The 120,000 jobs added in the month of March present the weakest job growth since October 2011, delighting those who would prefer that Americans remain out of work until the elections in November, and confounding economists who fear that the unseasonably warm winter interfered with data analysis. Though we gained fewer jobs than expected, the news is not all bad –- wages eked upward, and the number of people who wanted full-time work but could only find part-time jobs fell substantially.
But 120,000 jobs are not enough to keep up with monthly population growth, meaning that the small dip in the unemployment rate primarily resulted from workers leaving the labor force. Looking at this trend by age group shows that a greater proportion of younger workers, ages 20 to 24, stopped looking for work and dropped out of the labor market than any other group. In fact, enough 20 to 24-year-old workers left the labor force to cause the unemployment rate for workers in this age group to drop from 13.8 percent in February to 13.2 percent in March, even though fewer young people had jobs last month than in the month before. The trajectory was especially poor for young women, who shouldered the entirety of employment losses among 20 to 24-year-olds and suffered a bigger decline in labor force participation rates than men.
In contrast, 25 to 34-year-olds managed to surmount the negative pressure on labor force participation, barely adding to the pool of workers with 81.9 percent labor force participation rates compared to 81.8 in February. The age group’s ability to buck the trend shows 2012 labor force participation rates consistently higher than the average for 2011, and fuels the positive prospects for this age group for the year ahead. The unemployment rate for workers 25 to 34 declined to 8.6 percent in March even as more workers entered the market. Men and women shared the gains nearly equally -- of the 85,000 additional employed workers in the 25 to 34-year-old category, 40,000 were female.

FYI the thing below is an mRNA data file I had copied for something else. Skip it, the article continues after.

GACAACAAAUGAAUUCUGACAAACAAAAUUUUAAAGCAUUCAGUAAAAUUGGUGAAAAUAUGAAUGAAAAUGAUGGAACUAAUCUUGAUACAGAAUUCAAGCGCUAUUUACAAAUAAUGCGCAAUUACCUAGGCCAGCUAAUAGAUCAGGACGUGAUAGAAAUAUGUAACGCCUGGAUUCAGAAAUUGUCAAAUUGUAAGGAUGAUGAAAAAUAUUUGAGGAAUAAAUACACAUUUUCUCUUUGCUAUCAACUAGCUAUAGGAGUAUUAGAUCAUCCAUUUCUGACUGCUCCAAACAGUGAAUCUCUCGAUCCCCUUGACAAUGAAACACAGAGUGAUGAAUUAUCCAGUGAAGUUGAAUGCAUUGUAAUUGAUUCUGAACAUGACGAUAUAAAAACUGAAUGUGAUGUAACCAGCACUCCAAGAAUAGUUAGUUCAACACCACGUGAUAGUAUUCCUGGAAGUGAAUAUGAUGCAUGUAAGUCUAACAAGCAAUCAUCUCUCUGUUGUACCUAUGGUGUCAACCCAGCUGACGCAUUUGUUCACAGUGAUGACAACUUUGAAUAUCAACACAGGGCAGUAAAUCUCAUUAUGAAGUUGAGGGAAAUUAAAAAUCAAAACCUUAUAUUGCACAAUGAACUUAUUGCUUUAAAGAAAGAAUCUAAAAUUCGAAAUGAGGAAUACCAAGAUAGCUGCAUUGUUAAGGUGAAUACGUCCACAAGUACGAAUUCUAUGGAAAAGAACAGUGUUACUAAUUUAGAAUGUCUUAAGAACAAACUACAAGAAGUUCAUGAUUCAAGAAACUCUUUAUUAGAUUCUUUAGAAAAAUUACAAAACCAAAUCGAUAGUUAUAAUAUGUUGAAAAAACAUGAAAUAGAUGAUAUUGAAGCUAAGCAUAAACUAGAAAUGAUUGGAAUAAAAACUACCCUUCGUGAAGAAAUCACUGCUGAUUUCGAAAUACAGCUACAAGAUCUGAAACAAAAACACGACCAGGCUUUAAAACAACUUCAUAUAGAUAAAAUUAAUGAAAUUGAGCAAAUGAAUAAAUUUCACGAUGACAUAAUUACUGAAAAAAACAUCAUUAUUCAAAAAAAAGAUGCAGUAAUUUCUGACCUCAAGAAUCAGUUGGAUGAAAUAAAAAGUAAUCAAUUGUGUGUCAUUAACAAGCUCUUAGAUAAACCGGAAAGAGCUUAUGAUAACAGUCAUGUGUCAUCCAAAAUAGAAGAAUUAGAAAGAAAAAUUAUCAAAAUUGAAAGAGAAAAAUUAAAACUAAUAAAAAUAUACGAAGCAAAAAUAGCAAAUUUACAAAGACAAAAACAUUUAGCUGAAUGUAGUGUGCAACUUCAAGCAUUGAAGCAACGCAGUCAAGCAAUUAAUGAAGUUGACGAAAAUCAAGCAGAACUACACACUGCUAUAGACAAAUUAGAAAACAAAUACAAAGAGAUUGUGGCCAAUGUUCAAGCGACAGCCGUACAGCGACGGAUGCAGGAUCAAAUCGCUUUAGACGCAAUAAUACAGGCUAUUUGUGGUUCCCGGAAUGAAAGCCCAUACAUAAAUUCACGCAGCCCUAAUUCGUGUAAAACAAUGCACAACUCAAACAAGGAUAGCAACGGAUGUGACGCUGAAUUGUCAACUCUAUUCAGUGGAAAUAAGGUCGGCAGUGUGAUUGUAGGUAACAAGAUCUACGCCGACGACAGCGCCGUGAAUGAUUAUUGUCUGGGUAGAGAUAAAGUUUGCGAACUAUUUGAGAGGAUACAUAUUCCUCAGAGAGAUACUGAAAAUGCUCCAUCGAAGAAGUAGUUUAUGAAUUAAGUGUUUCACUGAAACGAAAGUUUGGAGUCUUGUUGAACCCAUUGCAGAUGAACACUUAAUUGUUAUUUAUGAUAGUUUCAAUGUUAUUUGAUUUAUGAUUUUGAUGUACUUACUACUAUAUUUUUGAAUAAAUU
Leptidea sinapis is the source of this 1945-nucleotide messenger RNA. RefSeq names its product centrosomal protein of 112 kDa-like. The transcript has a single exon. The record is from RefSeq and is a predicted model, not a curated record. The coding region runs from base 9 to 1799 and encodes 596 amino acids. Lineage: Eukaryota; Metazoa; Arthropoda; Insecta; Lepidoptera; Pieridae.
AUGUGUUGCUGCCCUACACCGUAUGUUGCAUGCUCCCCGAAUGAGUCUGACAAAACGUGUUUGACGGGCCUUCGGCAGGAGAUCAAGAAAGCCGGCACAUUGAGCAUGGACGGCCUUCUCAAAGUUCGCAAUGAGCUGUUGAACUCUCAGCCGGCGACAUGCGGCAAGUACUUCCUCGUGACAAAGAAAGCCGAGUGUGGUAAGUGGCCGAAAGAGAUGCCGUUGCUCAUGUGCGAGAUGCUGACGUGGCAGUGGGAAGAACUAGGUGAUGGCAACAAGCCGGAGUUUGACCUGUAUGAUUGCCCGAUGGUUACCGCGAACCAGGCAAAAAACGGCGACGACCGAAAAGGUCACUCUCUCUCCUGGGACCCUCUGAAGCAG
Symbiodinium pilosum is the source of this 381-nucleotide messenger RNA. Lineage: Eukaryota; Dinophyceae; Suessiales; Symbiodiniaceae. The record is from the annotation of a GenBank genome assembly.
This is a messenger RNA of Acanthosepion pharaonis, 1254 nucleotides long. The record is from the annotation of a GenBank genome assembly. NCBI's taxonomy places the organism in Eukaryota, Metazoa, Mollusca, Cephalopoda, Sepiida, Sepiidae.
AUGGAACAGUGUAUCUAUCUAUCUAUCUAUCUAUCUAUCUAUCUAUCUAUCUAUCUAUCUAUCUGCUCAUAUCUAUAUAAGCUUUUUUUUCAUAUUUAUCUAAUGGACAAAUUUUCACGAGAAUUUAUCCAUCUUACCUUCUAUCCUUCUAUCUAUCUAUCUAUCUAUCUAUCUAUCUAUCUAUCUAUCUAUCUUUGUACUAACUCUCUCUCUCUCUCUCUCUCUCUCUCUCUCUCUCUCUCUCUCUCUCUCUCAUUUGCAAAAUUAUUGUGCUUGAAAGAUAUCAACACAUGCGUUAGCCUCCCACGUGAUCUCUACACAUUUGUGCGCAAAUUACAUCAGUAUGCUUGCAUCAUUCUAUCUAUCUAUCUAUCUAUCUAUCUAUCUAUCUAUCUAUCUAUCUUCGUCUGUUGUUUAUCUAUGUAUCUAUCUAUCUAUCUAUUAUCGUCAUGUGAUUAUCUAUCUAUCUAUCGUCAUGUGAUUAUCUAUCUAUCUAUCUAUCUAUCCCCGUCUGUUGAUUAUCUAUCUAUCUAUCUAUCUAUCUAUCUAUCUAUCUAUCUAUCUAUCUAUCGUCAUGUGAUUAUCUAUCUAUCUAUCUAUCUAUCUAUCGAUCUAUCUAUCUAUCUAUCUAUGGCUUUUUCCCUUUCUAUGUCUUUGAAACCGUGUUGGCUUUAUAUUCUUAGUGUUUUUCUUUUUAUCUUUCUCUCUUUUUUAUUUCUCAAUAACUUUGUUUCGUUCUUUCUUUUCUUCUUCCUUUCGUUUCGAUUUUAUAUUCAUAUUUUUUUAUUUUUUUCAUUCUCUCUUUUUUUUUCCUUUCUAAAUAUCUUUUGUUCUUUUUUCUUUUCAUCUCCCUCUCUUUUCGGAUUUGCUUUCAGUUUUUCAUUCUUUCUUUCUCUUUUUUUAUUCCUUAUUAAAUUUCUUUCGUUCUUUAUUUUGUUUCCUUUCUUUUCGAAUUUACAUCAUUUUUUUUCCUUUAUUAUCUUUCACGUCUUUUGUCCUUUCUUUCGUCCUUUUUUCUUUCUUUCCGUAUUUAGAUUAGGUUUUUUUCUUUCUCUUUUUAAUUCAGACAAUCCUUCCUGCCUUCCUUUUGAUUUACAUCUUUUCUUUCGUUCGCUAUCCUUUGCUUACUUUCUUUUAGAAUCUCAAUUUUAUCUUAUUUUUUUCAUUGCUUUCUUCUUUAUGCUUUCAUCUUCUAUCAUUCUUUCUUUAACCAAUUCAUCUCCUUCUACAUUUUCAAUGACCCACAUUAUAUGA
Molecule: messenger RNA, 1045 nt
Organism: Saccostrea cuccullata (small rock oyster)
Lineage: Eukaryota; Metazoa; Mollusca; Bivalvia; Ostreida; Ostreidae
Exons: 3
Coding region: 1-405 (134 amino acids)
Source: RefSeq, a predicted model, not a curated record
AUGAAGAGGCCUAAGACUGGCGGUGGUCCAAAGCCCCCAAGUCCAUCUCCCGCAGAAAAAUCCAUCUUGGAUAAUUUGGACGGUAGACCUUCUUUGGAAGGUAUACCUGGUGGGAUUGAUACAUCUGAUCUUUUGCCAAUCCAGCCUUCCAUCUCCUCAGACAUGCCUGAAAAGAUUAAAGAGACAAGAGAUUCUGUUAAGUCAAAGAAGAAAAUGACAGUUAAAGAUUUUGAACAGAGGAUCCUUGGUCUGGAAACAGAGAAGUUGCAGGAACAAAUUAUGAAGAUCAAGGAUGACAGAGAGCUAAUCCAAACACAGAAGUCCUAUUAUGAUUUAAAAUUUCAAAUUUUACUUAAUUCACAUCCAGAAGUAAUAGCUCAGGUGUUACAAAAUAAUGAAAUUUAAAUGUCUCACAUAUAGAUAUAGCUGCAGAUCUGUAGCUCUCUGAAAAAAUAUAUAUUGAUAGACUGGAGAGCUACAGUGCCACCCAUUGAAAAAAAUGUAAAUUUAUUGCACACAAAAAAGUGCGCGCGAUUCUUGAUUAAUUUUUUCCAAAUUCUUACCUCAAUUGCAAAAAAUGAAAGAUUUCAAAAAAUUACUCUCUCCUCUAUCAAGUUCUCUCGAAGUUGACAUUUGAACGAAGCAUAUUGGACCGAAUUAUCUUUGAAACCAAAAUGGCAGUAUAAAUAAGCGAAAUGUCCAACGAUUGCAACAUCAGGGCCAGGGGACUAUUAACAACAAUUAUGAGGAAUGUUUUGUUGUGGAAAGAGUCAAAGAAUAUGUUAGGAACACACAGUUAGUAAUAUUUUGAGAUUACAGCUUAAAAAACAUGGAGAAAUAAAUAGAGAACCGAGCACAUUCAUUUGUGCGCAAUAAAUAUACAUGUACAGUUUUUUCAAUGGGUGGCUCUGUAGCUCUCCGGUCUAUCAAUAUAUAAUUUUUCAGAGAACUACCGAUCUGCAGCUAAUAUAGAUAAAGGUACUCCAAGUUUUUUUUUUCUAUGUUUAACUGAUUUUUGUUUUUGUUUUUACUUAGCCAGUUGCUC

Recent months have offered 25 to 34-year-olds a chance to build up steam for recovery. They are the only group to have experienced a drop in unemployment in February, and the March numbers indicate that the long progression back to normalcy has not yet led to more discouraged young workers giving up on the market and dropping out of the labor force. So while the March jobs report did not bring the heralded 200,000 new jobs for which we had hoped, it does support a positive trend that puts our young adult work force back in business. Since more young people will enter the job market in the late spring and summer, the ability of the labor market to absorb these workers is a crucial indicator for the months ahead.